Old Bailey Solicitors

Historic Indecent Assault Sentencing

Cases dealing with historic indecent assaults, or historical sexual assaults, have become more frequent in recent years following a number of high-profile cases. As well as being frequently covered by the media, these cases are also often unique in the way that they are sentenced due to changes in law between the time of the commission of the offence and the time of sentencing. For this reason, sentencing in these types of cases can often be complex.

If you are under investigation for historical indecent or sexual assault, Old Bailey Solicitors understand that this can be a highly daunting and stressful time. Due to the often complex and serious nature of these types of offences, it is important to instruct the right legal representative for your case. Old Bailey Solicitors can help guide you through the case, to give you the best chance of being acquitted or to explain how sentencing for these offences may work in your case.

What is Indecent Assault?

Indecent assault refers to the offences under section 14 and 15 of the 1956 Sexual Offences Act and generally refers to an offence where the complainant has received a form of ‘unwanted sexual contact’ from the defendant, although this generally does not extend to cover an offence of rape. Instead, it covers any physical act which could be construed in a sexual way and that has been done without the consent of the complainant, as well as cases involving sexual activity with underage individuals or other individuals who are unable to consent, due to mental health conditions.

The 1956 Sexual Offences Act was repealed when the 2003 Sexual Offences Act was introduced and the offence of indecent assault was instead covered in Section 3 of the new Act under a number of very similar sexual assault offences. While indecent assault is therefore not included within the new legislation, the offence is still relevant for offences that have been alleged to have occurred before May 2004. These cases can often be referred to as historic sexual assault.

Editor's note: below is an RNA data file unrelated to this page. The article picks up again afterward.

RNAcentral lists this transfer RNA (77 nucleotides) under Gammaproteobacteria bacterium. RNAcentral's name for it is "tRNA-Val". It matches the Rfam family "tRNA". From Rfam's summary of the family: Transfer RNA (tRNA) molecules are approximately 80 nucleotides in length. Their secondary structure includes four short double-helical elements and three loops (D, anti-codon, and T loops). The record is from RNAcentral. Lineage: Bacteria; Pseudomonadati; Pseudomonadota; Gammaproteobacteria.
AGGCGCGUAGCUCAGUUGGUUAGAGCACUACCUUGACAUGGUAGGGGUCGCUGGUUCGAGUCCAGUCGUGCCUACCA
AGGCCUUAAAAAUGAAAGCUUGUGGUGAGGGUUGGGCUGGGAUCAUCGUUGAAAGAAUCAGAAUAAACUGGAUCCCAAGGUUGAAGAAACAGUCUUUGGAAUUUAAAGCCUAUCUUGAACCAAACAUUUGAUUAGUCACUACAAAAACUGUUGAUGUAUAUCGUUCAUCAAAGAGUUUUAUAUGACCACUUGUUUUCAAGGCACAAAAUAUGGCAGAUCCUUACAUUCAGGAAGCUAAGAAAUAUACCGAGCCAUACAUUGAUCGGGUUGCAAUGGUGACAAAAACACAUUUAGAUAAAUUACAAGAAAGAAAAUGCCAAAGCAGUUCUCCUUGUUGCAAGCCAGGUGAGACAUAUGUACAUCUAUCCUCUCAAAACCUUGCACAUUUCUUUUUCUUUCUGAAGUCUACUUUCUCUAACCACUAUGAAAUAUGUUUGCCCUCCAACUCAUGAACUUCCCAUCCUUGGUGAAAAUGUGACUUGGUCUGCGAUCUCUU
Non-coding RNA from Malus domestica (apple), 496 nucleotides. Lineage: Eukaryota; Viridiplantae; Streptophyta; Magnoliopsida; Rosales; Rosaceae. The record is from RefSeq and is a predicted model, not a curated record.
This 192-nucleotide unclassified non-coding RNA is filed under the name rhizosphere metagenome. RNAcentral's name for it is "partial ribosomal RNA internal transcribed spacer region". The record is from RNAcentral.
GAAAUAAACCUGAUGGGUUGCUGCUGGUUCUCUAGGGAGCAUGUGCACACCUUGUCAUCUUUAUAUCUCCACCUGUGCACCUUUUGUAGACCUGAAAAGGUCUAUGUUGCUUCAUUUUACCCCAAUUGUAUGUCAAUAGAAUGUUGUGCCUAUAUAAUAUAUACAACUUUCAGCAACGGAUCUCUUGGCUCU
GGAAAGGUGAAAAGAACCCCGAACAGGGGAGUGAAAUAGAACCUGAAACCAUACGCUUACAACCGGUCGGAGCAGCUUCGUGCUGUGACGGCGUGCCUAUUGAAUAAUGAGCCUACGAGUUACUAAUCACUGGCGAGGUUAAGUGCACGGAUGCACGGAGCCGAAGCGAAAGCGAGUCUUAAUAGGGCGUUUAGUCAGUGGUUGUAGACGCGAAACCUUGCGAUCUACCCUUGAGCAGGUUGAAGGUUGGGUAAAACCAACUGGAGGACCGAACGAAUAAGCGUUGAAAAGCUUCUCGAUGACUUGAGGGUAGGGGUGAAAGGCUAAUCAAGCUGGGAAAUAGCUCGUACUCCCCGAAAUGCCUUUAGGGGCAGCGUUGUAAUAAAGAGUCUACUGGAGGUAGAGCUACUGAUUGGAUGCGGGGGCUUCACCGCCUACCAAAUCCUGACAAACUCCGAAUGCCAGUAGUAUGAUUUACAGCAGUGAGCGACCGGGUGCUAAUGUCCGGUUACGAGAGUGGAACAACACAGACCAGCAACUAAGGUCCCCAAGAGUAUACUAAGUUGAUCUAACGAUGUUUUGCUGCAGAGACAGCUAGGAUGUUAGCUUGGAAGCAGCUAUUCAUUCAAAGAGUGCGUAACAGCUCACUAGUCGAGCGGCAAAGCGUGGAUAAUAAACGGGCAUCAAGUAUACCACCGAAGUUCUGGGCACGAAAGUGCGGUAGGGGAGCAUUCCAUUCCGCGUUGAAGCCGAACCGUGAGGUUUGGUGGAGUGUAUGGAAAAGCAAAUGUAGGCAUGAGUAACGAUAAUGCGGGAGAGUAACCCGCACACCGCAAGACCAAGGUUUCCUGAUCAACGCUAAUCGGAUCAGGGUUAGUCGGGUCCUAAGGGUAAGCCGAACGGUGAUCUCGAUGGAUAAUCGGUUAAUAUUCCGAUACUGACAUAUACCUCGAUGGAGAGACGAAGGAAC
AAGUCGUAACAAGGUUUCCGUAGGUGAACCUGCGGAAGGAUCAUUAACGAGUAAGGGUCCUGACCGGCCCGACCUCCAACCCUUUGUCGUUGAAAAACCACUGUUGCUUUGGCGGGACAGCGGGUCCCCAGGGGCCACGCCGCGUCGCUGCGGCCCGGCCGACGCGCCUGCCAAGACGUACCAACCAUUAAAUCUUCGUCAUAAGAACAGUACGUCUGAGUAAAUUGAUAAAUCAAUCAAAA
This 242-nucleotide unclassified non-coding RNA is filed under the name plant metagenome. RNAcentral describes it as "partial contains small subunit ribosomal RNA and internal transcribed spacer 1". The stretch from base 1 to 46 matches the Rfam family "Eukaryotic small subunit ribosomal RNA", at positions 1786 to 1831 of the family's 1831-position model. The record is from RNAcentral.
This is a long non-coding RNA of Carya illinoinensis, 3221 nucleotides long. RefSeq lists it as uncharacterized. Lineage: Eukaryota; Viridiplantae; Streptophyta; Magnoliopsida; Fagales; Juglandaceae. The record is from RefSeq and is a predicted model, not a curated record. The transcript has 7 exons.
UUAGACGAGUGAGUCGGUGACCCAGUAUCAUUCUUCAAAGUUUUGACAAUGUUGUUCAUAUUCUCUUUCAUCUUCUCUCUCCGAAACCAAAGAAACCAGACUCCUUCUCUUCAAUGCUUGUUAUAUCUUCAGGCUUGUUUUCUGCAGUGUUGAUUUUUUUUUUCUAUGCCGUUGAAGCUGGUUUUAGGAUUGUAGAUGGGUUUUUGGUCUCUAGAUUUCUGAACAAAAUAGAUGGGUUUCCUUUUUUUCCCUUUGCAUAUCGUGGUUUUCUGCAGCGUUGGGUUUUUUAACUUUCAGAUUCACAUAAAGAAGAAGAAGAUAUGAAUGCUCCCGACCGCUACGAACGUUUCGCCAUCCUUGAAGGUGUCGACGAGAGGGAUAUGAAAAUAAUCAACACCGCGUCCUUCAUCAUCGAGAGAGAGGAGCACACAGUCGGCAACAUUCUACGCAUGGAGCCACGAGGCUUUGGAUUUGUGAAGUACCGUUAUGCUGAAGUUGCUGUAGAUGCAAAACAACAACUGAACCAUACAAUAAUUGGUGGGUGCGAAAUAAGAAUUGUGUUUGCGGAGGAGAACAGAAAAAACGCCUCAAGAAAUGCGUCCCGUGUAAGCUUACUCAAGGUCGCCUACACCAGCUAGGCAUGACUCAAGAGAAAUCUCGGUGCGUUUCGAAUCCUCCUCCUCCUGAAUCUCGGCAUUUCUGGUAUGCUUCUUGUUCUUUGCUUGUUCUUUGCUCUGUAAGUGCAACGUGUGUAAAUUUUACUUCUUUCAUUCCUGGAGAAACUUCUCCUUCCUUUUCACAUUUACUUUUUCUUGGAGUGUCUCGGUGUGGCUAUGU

Sentencing for Indecent Assault

Due to the passage of time between the alleged commission of the offence and the sentencing of the offence, sentencing in these cases is often more complicated than in other cases. While the basic position in law is that it should not be applied retrospectively – meaning an individual should be sentenced according to the law at the time that the offence was committed rather than the law at the time of sentencing – there is a slight exception in this position when it comes to the sentencing of indecent assaults.

In a Guideline on the ‘Approach to Sentencing Historical Sexual Offences’, the Sentencing Council advises courts to sentence offenders of sexual offences under the 1956 Sexual Offences Act, or other legislation pre-dating the 2003 Act, ‘in accordance with the sentencing regime applicable at the date of sentence’, and must base the sentence on the seriousness of the offence. It guides courts to sentence defendants ‘by measured’ reference to any applicable sentencing guidelines for equivalent offences under the 2003 Sexual Offences Act. In other words, courts should consider the sentencing along the lines of the equivalent offences in the 2003 Act. While this may then result in a higher sentence than perhaps would have been given had the individual been sentenced closer to the time of the commission of the offence, the sentence is still limited to the maximum sentence available at the date of the commission of the offence.

Furthermore, the Sex Offenders Register only came into force in 1997. However offenders who commit these types of offences prior to this year will still be subject to these requirements.



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Zoe Corderoy


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We have offices in Brighton, London and Horley and advise clients on all aspects of criminal defence allegations, including sexual offences, violent offences and drug offences.

Factors Impacting Sentencing for Indecent Assault

As well as the consideration of the relevant guidelines post 2003, the courts will also consider a number of other factors when determining the appropriate sentence for historical indecent assaults. These include: